|COOKIES: By using this website you agree that we can place Google Analytics Cookies on your device for performance monitoring.|
Canis Major overdensity and Monoceros ring explained in terms of pure Milky Way structure
If you have a question about this talk, please contact Sergey Koposov.
Some authors have suggested the existence of a nearby dwarf galaxy associated to the Canis Major overdensity, which was tidally disrupted leaving remnants throughout the Monoceros ring observed along several positions within ~20 degrees from the Galactic plane. Here, we present arguments to think that the Canis Major overdensity is just a part of the Galactic warp+flare, instead of a dwarf galaxy or a new substructure in the Galaxy, and the Monoceros ring overdensities and its features on color-magnitude diagrams are mainly populations of the most external non-truncated flared thin+thick stellar disc. Failures to fit these features with the Milky structure stem mainly from the use of Galactic models which do not represent appropriately the southern warp, the disc flare, and that set an unrealistic truncation of the stellar populations of the disc at R>=14 kpc, like the Besançon model.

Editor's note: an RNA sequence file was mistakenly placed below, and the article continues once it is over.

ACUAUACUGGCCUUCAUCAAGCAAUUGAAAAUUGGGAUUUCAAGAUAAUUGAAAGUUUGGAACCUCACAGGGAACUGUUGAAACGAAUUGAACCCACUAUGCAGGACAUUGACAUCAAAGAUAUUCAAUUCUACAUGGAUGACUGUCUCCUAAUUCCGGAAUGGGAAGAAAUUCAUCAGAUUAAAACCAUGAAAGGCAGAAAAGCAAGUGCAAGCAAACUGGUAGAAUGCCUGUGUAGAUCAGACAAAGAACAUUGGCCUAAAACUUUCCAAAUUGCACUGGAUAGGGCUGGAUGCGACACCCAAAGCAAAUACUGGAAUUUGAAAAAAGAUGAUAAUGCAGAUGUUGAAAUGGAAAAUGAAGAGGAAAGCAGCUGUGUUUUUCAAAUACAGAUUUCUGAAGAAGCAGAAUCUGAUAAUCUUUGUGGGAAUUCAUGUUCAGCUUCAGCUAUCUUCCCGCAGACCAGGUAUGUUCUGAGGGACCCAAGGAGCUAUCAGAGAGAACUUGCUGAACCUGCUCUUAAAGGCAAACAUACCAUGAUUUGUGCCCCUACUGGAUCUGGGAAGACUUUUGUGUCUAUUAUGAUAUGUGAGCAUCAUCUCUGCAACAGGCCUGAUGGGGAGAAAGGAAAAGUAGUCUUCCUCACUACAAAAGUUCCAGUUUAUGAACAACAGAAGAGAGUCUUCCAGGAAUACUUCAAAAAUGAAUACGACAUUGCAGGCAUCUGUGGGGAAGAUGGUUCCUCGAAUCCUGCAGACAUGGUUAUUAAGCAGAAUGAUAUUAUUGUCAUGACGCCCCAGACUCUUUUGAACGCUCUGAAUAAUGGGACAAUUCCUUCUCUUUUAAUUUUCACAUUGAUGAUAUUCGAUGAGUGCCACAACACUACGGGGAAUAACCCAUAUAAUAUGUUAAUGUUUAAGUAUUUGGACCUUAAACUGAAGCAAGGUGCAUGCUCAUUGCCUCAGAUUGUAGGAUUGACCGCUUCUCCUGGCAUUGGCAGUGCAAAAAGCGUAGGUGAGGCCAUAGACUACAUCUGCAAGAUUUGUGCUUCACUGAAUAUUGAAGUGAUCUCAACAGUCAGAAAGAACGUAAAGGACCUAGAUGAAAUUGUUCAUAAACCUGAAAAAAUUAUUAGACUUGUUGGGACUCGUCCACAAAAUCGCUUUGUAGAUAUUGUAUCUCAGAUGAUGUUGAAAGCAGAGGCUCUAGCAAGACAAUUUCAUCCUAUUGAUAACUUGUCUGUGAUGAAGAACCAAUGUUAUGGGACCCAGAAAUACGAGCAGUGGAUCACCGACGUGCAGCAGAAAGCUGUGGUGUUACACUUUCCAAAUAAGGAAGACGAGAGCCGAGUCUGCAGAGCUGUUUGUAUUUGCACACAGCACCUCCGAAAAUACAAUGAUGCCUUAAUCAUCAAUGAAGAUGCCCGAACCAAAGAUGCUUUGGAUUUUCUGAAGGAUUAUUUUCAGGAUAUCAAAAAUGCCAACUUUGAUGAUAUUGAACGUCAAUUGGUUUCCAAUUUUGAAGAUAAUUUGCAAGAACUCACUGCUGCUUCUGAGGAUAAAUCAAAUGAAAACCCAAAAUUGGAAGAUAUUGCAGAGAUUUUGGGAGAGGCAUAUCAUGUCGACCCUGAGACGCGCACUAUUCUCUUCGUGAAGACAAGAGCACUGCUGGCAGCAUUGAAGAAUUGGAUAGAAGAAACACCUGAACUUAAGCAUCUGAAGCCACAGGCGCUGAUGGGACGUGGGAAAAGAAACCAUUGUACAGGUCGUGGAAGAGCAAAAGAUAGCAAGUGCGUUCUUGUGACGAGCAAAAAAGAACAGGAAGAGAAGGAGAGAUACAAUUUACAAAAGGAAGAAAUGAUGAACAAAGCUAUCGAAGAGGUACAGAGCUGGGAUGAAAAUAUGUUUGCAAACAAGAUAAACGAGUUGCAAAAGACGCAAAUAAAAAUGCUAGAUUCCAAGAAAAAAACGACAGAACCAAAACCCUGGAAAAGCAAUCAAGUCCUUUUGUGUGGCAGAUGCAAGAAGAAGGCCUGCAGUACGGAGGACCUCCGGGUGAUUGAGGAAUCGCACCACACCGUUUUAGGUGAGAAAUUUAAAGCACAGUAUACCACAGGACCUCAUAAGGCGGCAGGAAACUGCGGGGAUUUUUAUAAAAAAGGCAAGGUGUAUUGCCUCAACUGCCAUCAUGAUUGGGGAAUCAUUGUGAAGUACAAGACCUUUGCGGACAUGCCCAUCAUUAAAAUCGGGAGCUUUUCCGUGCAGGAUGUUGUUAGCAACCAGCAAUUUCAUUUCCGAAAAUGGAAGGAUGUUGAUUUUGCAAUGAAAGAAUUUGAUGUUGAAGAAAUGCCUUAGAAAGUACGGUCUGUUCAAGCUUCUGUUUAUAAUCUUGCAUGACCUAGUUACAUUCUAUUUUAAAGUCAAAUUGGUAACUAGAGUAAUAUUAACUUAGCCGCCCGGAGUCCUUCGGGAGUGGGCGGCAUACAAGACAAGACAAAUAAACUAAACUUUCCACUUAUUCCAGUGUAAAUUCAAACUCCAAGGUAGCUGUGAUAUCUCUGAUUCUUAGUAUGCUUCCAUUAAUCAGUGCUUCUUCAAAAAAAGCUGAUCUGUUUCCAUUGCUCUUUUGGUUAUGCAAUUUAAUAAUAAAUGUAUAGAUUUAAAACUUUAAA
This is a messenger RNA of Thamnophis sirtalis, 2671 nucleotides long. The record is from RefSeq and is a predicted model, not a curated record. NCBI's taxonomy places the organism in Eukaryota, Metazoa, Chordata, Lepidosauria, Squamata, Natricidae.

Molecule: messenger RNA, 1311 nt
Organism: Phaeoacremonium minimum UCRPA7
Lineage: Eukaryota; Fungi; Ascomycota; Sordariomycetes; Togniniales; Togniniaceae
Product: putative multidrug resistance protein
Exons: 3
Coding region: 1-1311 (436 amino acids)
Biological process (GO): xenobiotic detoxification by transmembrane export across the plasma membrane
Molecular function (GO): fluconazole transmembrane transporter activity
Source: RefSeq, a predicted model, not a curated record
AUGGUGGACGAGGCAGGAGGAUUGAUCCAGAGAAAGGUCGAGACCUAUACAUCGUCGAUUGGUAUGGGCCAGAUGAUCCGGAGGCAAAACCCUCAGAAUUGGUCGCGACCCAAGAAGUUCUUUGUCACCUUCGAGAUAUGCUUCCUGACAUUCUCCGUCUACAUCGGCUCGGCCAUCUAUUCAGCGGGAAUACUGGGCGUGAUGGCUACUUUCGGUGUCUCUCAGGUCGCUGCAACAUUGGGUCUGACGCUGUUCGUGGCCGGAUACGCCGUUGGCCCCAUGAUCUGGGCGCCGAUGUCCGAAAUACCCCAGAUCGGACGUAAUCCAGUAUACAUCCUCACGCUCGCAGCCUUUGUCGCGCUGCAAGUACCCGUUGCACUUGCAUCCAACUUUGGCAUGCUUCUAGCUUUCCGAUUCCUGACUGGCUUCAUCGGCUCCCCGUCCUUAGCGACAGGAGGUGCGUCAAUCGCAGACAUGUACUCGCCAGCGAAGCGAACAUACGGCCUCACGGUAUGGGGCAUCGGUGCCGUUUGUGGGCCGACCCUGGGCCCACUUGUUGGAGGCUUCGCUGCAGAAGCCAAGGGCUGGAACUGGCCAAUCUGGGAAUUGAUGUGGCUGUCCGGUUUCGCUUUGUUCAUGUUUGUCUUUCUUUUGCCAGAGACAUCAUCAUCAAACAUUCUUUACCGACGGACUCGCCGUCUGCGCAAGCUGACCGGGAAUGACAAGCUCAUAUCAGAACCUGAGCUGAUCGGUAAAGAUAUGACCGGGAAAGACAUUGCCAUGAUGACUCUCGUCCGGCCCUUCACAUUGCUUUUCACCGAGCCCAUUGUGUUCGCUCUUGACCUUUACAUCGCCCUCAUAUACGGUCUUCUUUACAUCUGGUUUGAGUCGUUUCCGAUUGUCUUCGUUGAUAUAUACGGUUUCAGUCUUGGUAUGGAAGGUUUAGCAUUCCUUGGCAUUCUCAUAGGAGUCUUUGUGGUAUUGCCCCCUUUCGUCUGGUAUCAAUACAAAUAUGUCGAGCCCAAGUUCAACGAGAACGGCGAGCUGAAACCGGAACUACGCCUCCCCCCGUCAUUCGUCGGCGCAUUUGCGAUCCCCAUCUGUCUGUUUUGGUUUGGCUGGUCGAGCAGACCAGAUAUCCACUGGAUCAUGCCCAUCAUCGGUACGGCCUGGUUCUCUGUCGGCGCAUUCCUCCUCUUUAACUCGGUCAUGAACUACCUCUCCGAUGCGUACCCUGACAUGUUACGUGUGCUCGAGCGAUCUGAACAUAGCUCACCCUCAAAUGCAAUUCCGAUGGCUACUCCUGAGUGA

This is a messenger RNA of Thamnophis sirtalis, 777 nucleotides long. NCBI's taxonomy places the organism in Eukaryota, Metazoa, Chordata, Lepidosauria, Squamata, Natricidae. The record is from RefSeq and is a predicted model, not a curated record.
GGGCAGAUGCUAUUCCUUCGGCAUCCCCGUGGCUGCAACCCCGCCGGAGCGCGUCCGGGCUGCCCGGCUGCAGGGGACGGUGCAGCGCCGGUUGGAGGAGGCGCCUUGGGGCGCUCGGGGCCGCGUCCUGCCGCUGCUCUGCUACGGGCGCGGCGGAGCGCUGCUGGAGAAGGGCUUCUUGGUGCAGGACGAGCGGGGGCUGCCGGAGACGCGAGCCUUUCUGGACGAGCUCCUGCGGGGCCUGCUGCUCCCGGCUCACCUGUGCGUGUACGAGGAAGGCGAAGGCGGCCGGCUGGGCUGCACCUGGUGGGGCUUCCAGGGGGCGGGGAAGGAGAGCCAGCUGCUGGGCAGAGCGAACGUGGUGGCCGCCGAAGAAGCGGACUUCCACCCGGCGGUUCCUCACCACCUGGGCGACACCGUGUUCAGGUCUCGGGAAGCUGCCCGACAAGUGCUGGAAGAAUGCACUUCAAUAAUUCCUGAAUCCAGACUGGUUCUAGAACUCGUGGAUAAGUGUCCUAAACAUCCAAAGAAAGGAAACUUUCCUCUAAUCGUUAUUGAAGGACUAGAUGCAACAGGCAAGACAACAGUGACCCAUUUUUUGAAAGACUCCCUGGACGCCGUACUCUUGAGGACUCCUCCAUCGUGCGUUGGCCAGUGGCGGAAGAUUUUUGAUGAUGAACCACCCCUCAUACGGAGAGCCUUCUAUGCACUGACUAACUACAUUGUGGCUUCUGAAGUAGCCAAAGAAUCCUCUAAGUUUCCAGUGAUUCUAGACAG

This talk is part of the Institute of Astronomy Galaxies Discussion Group series.
This talk is included in these lists:
Note that ex-directory lists are not shown.
Other listsCIMR Professional Development Seminars Inorganic Chemistry Graduate and internship applications
Other talksDeath and sanitation: Imperial representations of The Ganges Does Photography Capture a Moment in Time? Divisor braids and gauge theory The Conscious Phenotype Caveolae protect endothelial cells from rupture during increased cardiac output The Cambridge Cognitive Neuroscience Research Panel